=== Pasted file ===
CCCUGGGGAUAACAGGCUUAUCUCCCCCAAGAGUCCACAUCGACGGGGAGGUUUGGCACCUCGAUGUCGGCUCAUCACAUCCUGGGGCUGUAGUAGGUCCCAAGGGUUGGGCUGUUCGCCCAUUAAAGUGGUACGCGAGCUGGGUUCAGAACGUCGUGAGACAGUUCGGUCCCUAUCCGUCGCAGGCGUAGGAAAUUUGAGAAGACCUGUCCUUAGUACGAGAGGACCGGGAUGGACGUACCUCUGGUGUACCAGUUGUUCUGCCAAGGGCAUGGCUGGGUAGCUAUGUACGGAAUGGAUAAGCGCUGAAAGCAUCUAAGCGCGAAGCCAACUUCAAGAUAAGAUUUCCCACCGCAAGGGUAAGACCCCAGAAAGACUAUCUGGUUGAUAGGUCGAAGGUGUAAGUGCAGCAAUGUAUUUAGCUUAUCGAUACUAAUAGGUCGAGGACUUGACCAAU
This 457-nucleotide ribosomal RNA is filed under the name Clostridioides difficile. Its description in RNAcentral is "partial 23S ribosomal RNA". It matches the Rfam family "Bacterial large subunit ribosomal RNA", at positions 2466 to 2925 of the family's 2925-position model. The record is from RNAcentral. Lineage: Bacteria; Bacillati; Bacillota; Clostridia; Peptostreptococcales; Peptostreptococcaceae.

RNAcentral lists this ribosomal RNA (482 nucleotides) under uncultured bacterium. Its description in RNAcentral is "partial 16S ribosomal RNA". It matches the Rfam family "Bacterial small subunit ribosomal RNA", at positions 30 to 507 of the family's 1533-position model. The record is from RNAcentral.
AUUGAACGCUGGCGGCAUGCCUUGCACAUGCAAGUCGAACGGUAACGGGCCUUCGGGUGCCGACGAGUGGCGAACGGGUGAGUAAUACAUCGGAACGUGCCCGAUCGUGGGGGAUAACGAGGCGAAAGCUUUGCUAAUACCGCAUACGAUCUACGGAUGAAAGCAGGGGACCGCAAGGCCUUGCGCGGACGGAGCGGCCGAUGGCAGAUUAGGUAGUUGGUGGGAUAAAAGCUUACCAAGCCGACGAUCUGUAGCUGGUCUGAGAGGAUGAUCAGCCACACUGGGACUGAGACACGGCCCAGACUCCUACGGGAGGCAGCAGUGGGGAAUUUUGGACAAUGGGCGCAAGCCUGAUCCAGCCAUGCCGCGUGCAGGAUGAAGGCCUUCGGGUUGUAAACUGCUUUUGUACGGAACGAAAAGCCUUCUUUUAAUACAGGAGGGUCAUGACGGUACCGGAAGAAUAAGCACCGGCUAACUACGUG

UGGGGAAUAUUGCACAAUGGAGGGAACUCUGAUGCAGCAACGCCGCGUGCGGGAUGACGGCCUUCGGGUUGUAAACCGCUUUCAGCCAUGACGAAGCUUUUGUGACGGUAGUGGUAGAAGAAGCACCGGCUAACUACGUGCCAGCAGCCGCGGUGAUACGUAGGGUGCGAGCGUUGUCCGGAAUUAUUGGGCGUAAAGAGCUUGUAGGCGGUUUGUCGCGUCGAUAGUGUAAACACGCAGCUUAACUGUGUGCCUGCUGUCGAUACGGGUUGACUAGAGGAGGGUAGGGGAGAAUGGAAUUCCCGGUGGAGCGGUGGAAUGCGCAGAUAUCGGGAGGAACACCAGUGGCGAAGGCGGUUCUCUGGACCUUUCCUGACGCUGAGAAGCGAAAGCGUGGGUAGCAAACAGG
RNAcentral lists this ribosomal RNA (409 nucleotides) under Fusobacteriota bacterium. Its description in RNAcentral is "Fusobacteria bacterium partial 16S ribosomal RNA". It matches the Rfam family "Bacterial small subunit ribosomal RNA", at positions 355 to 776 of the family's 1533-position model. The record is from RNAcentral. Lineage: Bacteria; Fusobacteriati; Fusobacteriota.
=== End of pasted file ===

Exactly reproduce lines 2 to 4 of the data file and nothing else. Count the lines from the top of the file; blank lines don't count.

This 457-nucleotide ribosomal RNA is filed under the name Clostridioides difficile. Its description in RNAcentral is "partial 23S ribosomal RNA". It matches the Rfam family "Bacterial large subunit ribosomal RNA", at positions 2466 to 2925 of the family's 2925-position model. The record is from RNAcentral. Lineage: Bacteria; Bacillati; Bacillota; Clostridia; Peptostreptococcales; Peptostreptococcaceae.

RNAcentral lists this ribosomal RNA (482 nucleotides) under uncultured bacterium. Its description in RNAcentral is "partial 16S ribosomal RNA". It matches the Rfam family "Bacterial small subunit ribosomal RNA", at positions 30 to 507 of the family's 1533-position model. The record is from RNAcentral.
AUUGAACGCUGGCGGCAUGCCUUGCACAUGCAAGUCGAACGGUAACGGGCCUUCGGGUGCCGACGAGUGGCGAACGGGUGAGUAAUACAUCGGAACGUGCCCGAUCGUGGGGGAUAACGAGGCGAAAGCUUUGCUAAUACCGCAUACGAUCUACGGAUGAAAGCAGGGGACCGCAAGGCCUUGCGCGGACGGAGCGGCCGAUGGCAGAUUAGGUAGUUGGUGGGAUAAAAGCUUACCAAGCCGACGAUCUGUAGCUGGUCUGAGAGGAUGAUCAGCCACACUGGGACUGAGACACGGCCCAGACUCCUACGGGAGGCAGCAGUGGGGAAUUUUGGACAAUGGGCGCAAGCCUGAUCCAGCCAUGCCGCGUGCAGGAUGAAGGCCUUCGGGUUGUAAACUGCUUUUGUACGGAACGAAAAGCCUUCUUUUAAUACAGGAGGGUCAUGACGGUACCGGAAGAAUAAGCACCGGCUAACUACGUG